Support when checking the legal licence conditions is offered by the SHERPA/RoMEO-Liste (without guarantee); this lists the licence conditions of numerous large scientific publishers relating to OA publication. Although most publishers have no objection to a parallel publication electronically, it is advisable to check in each case if there are any objections, in order to be sure of the legal situation.

What about articles that have already been published as part of a printed collection?

If no explicit publication contract between author and publisher exists, it is worth looking at the rules of interpretation of § 38 UrhG, which is applied when the parties involved have no other agreement concerning publication in a periodically published collection. According to these rules, the publisher acquires exclusive rights concerning the reproduction and distribution of the printed publication. These exclusive rights change one year after publication of the work into non-exclusive usage rights, meaning that the author can then allow third parties to reproduce the work.

As § 38 UrhG does not fully cover all aspects of making a document publically available in electronic format, without an explicit contractual agreement the publisher does not acquire usage rights for online distribution. The author is therefore free, in principle, to pass the rights for online distribution onto a third party, or to undertake it themselves. It must be noted however, that the author has a duty of abstention towards the publisher, which generally lasts as long as the publisher holds the exclusive rights for the reproduction and distribution of the print publication. Should § 38 UrhG be applied, then one year after publication of an article the publishers rights become non-exclusive, meaning that from this point onwards the author can distribute the text in printed format, and that they no longer have a duty of abstention regarding online publication and distribution. Advice (not legally binding) about the individual agreements of various publishers, relating to electronic parallel publishing or self archiving of articles, can be found at the SHERPA/RoMEO list.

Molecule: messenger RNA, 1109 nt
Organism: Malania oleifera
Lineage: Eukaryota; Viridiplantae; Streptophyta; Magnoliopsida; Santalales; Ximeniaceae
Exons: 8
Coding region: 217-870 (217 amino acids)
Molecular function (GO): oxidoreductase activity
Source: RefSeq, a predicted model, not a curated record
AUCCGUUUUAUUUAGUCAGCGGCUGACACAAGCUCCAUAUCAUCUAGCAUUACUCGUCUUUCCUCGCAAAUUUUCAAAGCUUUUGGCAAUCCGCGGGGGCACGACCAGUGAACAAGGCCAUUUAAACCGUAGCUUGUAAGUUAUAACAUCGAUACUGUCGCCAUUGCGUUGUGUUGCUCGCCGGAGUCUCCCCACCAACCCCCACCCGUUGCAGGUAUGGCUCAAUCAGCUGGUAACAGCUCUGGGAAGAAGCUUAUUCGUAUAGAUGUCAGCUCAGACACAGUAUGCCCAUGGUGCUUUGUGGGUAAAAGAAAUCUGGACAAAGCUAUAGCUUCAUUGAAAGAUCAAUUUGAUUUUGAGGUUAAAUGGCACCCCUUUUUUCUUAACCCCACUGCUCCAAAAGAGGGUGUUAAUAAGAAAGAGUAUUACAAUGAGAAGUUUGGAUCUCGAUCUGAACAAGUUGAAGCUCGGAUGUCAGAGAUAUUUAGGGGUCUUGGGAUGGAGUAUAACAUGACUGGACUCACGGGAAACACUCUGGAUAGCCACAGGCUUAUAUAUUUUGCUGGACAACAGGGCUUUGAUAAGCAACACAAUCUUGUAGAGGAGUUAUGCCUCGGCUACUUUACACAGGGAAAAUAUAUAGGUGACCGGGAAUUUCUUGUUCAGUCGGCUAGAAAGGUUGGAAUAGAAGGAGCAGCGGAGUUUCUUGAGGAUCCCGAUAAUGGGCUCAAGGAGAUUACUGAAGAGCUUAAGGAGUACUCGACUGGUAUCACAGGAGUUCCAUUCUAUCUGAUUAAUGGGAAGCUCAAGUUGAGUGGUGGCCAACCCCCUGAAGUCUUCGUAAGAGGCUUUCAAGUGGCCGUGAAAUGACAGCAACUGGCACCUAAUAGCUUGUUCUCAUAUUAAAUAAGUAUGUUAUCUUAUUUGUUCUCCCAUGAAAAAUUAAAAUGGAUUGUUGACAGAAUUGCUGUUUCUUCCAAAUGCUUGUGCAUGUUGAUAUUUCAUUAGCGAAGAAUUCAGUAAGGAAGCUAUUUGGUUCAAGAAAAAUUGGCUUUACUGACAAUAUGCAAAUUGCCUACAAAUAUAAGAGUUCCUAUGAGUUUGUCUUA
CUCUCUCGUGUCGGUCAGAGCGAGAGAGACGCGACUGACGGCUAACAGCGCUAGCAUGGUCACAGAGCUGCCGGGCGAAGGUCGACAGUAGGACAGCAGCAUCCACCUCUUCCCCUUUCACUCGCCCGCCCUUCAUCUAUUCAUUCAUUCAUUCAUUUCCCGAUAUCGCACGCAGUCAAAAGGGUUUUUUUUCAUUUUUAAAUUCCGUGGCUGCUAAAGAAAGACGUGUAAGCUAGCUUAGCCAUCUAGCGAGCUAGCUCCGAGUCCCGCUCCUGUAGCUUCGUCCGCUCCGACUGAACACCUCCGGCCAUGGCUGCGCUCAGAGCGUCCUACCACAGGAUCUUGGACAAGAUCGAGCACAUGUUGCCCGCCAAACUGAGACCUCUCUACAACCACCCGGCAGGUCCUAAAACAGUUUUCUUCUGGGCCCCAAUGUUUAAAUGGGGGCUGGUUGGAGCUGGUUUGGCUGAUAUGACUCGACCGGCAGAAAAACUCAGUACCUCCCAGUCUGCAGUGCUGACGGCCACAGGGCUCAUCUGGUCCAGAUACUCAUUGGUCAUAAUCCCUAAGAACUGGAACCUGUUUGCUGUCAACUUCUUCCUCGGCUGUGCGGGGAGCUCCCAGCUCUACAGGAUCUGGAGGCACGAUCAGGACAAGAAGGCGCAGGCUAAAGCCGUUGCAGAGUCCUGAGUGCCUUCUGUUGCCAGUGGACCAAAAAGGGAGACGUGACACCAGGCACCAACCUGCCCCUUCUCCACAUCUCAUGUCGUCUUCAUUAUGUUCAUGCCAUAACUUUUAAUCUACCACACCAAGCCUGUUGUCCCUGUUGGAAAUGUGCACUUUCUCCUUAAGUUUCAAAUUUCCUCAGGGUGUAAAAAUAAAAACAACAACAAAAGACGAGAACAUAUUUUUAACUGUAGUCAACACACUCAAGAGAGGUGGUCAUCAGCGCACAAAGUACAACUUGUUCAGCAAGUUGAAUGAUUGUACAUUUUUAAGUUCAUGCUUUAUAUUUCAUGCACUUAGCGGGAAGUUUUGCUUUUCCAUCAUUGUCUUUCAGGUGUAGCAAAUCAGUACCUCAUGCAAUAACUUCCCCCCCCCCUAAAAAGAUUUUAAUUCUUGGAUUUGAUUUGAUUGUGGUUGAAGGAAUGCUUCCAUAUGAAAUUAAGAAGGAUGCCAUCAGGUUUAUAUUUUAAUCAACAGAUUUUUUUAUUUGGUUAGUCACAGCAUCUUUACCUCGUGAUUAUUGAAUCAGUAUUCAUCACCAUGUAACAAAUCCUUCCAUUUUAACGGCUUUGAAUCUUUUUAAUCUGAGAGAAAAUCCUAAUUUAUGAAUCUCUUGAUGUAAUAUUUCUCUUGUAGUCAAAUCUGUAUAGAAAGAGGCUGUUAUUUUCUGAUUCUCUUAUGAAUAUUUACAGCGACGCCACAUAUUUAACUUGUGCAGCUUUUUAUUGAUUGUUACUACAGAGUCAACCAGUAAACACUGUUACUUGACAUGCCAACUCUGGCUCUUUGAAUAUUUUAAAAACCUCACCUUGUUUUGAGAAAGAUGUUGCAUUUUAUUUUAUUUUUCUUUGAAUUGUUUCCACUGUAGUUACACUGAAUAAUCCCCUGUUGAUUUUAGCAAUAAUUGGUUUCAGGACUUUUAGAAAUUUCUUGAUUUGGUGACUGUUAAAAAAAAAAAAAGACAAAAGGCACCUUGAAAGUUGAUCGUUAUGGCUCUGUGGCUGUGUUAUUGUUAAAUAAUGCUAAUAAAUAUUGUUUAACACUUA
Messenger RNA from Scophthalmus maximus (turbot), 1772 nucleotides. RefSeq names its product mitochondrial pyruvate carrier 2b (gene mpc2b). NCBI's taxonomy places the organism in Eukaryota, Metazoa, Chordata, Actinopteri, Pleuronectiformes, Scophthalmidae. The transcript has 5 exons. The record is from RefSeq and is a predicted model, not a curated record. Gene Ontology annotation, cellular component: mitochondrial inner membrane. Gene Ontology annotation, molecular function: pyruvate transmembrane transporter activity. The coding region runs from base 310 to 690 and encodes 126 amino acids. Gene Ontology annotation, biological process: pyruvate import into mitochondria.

Inclusion of the Open Access Principle in Contracts with Publishers

If you want to publish your work according to the principles of Open Access, then you should ensure that you protect your copyright relating to OA publications, when agreeing a contract with a publisher. Helpful tips for formulating a contract can be found here (Informationsplattform Open Access.net).

The information platform http://open-access.net/ also offers helpful support with legal questions.

Implications of the current copyright reform legislation ("zweiter Korb")

Information about the legal implications for electronic publishing arising from the current change in copyright legislation ("zweiter Korb"), can be found here.

Open Content Licences

To give legal protection to authors and users of Open Access publications, it is possible to use an Open Content Licence, which clearly regulates the usage of such a work. This meets the demands made by both the Berlin Declaration and the Budapest Open Access Initiative.

Well-known Open Content Licences that are already in use for scientific publishing are:

Further information about these licences can be found at the information platform Open Access.net.